The Fact that the new Childish Gambino song has a Donkey Kong Country music sample in it is almost too much awesome for me to process at the moment.
I was initially joking, but my subconscious is probably telling me otherwise.
A Year or two ago, I was told what as "good" music and what was "bad" music, and bands like Wolves in the Throne Room are shoved into my mind, forcing me to like them.
Now, not only do I not respect Wolves in the Throne Room, I ****ing hate them and I don't respect almost everything that associates with it, which really forces me to belch out my through opinions. Here's how popular music works whether it's on the radio or if it's underground; there's the innovator, and there's the trend-hopper.
Right now in session, the metal of choice is atmospheric black metal. Because everyone is "so impressed" with the status of Wolves in the Throne Room, they need to perform their own atmospheric black metal, and there are so many countless imitators for in bunching up within one region alone. This is where the "trend" word comes in to play. The unintentional goal of trends is to replicate and flood the genre field with crap after crap, eventually drowning out the very few artists that show promise and actually try to transcend the genre in a way. Trends are to be found today commonly and obviously on the radio with post-grunge and the painful Lady Gaga bandwagoning but other less see-through cases like indie rock, post-rock, dubstep and even thrash metal back in the 80s or hell, I'll even do my tastes in a bit and say the new wave of EBM in the late 90s/early 2000s.
And what better way to describe modern-day trends better than the hipster. Yeah, they think they're non-conforming, but oh how so sad it's just about the opposite. Most hipsters are sheep, the music, the lifestyle, the fashion, the utter need to feel like they're of sophistication. It only fits the direction in where "sophisticated" black metal is going today, hence my usage for hipster black metal.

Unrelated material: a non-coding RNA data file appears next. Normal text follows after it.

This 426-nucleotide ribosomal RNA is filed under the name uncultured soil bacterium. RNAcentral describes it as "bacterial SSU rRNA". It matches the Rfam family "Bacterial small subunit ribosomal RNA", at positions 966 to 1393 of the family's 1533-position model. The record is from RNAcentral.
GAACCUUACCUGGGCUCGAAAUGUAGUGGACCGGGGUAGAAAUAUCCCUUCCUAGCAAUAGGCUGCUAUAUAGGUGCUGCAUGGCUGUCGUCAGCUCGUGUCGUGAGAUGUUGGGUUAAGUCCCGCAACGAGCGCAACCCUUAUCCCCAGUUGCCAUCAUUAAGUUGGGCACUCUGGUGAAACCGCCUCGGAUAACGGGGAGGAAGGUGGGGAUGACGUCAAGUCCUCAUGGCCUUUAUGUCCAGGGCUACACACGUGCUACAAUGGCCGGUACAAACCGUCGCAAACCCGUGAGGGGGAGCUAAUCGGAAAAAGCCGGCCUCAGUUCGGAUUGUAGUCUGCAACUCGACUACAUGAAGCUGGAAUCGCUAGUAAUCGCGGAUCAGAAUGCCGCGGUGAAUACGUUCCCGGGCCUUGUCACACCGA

I guess this is all to express my utter hatred in where certain music stands today and I'm sorry to all who feel insulted but I really needed to say this. Especially when not too long ago I've fully introduced myself to traditional/regional music of countries and continents alike, my profound interests in Ethnomusicology. I guess in a way this all ignited my new-found disdain in "indie" music or atmospheric black metal, which is probably my fault but at this stage, I refuse to betray my best interests much like the time where I was force-fed into liking most of this music. It kind of also disappoints me how I feel like I have no stance in sharing traditional music.
Scenes always develop, and particularly in geographic regions - if that's what you're surrounded by, that's what a large number of people will gravitate toward (hence why, where I grew up, it's hard to find anybody in music who isn't either doing folk or country). It's an acculturation effect.
What your revulsion to "scenes" seems to lack, however, is the ability to parse out what elements from a scene actually have merit versus simply discrediting the entire scene on the basis that it is a scene. Yes, there's a lot of "me too"-ism in music scenes... but there tends to be at least something resembling legitimate talent in those areas.
Then again, even taking an outsider stance toward scenes can end up becoming its own scene... I'm not even going to pretend that, for instance, the progressive music community isn't a scene, and that there isn't a lot of iterative derivation occurring within (in particular with the legion of King Crimson disciples in the last 15-20 years).
"Trend-hoppers" have their role, too; they popularize a scene and make it known to a person who may come to be an innovator, but may have never been exposed to the scene without the trend-hoppers. It's extremely rare to find a scene that sounds entirely the same, too; I'd argue that artists in even the most derivative scenes do not sound exactly the same (though it is still not enjoyable music), so trend-hoppers rarely sound exactly like other trend-hoppers, even.
In short, you've probably got a point that popular music is built around innovators and trend-hoppers, though I might term the two differently. I just don't think it's a bad thing, by any means, nor is it exclusive to popular music.
RO: Parents found my copy of Octavarium. They decided to listen to it, much to my chagrin. Fortunately, they liked it. Not bad for a couple of 50-somethings listening to DT and liking it.